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Non-Review Review: The Duellists

The Duellists is the first film from director Ridley Scott. While it certainly isn’t his best remembered or the most highly rated, it is a cracking piece of historical cinema that manages to do a lot with very little. It’s a simple little concept, set against an epic backdrop, elevated by two leads, a wonderful sense of historical fidelity, and a young director with a long career ahead of him.

Ridley Scott's first stab at directing...

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Pete Postlethwaite

The quote from Spielberg about “probably the best actor in the world today”┬áhas been doing the rounds today, understandably, as well as Postlethwaite’s good-natured response (he remarked that it sounded like “a beer commercial”), but I think the below quote pretty much sums up my respect for Postlethwaite and his strength as an actor.

There are some moments that work. Pete Postlethwaite, as a big game hunter who flies onto the island with a second wave of dinosaur mercenaries, doesn’t step wrong; he plays a convincing if shallow character, even if he’s called upon to make lengthy speeches in speeding Jeeps, and to utter arty lines about “movable feasts” and having “spent enough time in the company of death.’‘ He alone among the major characters seems convinced that he is on an island with dinosaurs, and not merely in a special-effects movie about them.

Roger Ebert reviews Jurassic Park: The Lost World

It’s not his best role, nor his most notable. However, even then he managed to shine on the screen, and – when I think of him – that’s the quote that comes to mind. His career featured any number of fantastic films (The Usual Suspects, Inception), but he always brought his best – even when the movie probably didn’t deserve it. I won’t go on at length, because far more authoritative and eloquent individuals have already offered their feelings.

Rest in peace. You will be missed.

Non-Review Review: The Town

It’s interesting to see how well Ben Affleck has redeemed himself as a director. After seeing Gone Baby Gone two years ago, I was willing to forgive the actor his roles in bad films like Jersey Girl, Phantoms and even Daredevil. I know he did Gigli too, but I can never forgive him for that. His second film behind the camera, The Town, demonstrates that he isn’t a one-hit wonder – but I have to admit that perhaps I am a bit disappointed. It isn’t that The Town is a bad or even an average film, it’s just one that I heard so much about that I had almost psyched myself up to watch. It’s a well-made exploration of urban decay which tackles its subjects with what seems (to a guy educated and living in a different country) to be a lot more honesty and neutrality than most films on the same subject matter.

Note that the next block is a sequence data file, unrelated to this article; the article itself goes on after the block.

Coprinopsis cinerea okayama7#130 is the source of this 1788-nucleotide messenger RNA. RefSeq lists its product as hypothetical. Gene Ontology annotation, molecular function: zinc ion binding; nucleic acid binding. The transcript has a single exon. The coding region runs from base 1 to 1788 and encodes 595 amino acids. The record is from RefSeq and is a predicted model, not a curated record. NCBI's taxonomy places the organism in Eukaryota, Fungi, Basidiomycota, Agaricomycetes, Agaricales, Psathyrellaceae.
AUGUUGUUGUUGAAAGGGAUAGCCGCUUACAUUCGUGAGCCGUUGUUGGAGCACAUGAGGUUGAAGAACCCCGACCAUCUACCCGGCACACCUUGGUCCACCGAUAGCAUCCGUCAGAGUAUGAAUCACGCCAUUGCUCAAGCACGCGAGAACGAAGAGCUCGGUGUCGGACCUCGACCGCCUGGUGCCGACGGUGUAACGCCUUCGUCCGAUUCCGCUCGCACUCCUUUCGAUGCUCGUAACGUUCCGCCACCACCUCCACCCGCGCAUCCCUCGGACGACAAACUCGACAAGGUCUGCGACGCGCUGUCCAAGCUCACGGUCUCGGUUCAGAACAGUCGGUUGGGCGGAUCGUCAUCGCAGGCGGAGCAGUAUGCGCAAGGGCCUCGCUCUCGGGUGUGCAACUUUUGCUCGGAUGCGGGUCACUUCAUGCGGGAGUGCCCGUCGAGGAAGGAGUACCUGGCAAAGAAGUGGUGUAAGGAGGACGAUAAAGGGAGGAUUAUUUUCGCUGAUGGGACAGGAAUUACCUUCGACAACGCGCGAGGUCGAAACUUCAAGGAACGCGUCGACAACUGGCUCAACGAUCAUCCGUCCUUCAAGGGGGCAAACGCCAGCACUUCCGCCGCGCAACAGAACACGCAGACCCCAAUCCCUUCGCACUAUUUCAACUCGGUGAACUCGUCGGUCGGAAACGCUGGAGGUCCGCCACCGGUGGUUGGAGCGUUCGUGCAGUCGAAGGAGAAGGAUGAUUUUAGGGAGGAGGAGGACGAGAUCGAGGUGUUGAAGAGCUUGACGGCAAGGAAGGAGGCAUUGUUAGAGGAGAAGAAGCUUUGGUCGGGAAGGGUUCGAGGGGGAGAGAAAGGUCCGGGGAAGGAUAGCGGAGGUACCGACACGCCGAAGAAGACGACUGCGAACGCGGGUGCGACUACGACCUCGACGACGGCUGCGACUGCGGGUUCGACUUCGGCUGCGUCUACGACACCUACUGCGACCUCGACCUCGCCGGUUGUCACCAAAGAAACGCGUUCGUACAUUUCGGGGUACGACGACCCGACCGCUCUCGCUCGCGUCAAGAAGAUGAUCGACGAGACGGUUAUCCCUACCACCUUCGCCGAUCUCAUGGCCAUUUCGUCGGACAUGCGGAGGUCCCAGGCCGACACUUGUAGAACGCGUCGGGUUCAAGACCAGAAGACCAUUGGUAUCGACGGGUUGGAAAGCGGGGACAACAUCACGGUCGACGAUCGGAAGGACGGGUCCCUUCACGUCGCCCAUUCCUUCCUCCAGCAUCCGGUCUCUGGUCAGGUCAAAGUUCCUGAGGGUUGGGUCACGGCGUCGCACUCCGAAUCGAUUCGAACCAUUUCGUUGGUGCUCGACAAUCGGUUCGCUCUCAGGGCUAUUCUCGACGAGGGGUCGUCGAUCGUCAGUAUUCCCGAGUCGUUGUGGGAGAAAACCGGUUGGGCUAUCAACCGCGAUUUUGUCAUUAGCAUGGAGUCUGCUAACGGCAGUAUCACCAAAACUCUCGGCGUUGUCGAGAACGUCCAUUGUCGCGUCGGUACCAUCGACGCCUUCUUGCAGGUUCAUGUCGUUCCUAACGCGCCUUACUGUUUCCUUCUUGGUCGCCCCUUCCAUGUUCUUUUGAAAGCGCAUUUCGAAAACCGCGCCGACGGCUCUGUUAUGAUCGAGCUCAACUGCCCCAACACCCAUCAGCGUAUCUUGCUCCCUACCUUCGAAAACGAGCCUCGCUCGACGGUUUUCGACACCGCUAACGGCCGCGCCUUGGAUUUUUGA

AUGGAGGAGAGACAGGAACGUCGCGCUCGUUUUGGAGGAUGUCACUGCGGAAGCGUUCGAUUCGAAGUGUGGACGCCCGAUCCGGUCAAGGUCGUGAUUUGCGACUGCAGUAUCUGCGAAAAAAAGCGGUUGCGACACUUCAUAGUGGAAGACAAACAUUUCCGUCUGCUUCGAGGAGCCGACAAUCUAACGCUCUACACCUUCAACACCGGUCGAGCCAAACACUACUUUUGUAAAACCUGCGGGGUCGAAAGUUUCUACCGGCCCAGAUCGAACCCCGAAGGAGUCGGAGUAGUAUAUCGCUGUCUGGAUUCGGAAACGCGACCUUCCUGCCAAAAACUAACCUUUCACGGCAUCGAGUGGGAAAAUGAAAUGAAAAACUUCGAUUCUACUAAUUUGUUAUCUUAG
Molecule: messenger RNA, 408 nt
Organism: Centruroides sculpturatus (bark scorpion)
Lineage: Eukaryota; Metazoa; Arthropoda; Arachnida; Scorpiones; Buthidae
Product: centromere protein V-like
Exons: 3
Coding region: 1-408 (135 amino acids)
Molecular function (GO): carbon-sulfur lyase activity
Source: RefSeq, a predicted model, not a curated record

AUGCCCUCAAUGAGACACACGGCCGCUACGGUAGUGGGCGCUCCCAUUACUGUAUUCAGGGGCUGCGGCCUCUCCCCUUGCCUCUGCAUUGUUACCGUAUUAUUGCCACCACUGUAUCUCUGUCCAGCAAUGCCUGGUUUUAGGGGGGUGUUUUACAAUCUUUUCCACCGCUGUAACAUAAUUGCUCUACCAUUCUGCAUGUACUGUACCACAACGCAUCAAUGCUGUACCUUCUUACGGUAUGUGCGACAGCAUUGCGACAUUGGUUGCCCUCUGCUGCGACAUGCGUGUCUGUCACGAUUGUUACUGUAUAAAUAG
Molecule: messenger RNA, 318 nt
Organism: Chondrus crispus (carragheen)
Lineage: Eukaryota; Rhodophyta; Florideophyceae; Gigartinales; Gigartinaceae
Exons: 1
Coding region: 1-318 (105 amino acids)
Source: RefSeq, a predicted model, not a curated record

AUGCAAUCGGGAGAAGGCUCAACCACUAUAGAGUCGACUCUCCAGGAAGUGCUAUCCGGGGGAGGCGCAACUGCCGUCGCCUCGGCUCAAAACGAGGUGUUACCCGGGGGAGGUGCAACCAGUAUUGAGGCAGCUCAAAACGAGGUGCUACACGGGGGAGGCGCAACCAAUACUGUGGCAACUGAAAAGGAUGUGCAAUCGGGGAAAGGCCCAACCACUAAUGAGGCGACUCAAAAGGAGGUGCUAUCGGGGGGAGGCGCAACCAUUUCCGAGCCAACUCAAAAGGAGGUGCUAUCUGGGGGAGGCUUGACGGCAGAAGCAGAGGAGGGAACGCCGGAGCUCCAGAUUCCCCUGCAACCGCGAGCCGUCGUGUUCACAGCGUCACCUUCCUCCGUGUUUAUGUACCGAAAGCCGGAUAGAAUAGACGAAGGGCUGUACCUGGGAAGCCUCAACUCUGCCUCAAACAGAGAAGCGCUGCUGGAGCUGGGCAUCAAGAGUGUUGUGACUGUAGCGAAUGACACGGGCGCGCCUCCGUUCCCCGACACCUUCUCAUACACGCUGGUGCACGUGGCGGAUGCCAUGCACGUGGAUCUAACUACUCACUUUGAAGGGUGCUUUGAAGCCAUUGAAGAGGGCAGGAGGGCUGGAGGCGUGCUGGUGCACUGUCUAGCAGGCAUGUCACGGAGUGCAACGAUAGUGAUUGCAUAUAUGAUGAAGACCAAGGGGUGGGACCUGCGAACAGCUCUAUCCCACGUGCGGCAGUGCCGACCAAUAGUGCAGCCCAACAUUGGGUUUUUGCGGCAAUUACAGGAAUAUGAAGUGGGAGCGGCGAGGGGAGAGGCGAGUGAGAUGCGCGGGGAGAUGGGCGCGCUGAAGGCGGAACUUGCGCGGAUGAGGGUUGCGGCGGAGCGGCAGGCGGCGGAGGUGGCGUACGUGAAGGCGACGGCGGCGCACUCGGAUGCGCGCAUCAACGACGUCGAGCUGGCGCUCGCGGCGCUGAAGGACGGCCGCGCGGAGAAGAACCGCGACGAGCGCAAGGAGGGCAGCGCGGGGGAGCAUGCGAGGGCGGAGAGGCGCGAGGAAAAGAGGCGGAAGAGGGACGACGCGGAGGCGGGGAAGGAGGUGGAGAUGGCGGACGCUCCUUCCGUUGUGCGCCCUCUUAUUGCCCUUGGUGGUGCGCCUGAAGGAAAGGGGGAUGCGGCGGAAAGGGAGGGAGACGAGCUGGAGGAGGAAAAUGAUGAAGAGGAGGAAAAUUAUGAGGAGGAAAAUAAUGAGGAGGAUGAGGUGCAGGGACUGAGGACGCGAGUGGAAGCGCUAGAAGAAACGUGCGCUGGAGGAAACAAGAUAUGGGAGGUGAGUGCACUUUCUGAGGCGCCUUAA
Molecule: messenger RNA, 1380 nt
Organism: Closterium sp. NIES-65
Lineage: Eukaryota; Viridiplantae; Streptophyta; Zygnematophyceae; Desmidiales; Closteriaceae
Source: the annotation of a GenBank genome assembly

So good it's criminal?

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The Ambiguous Ending of The Usual Suspects…

This post is somewhat prompted by an interesting discussion over at MCarter’s review of The Usual Suspects, concerning the ending. Some people remarked that while they were impressed with the ambiguity of the film, they thought that the ending was just a little bit too clear cut. I have no problem with a definite ending to a film, but I’m not so sure that The Usual Suspects is as open and shut as it might seem. But wait! you protest, as someone who has seen the film, That ending was fairly clear. Maybe it was. But maybe it wasn’t.

The highest quality photo of the "real" Keyser Soze...

The highest quality photo of the "real" Keyser Soze...

Note: Seeing as how this is a discussion on the ending of The Usual Suspects, it will obviously contain spoilers on the film. Don’t read this if you haven’t seen the movie. Really. Go, rent or borrow or buy the movie, watch it and come back – and give us your thoughts. The Usual Suspects is a movie you owe it to yourself not to ruin.
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